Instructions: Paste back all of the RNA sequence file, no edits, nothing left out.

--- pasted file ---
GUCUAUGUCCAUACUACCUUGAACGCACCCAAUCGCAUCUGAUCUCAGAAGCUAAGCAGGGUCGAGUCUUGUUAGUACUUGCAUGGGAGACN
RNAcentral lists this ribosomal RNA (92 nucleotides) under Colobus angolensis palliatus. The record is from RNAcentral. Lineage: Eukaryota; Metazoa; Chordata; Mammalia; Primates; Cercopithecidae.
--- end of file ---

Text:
GUCUAUGUCCAUACUACCUUGAACGCACCCAAUCGCAUCUGAUCUCAGAAGCUAAGCAGGGUCGAGUCUUGUUAGUACUUGCAUGGGAGACN
RNAcentral lists this ribosomal RNA (92 nucleotides) under Colobus angolensis palliatus. The record is from RNAcentral. Lineage: Eukaryota; Metazoa; Chordata; Mammalia; Primates; Cercopithecidae.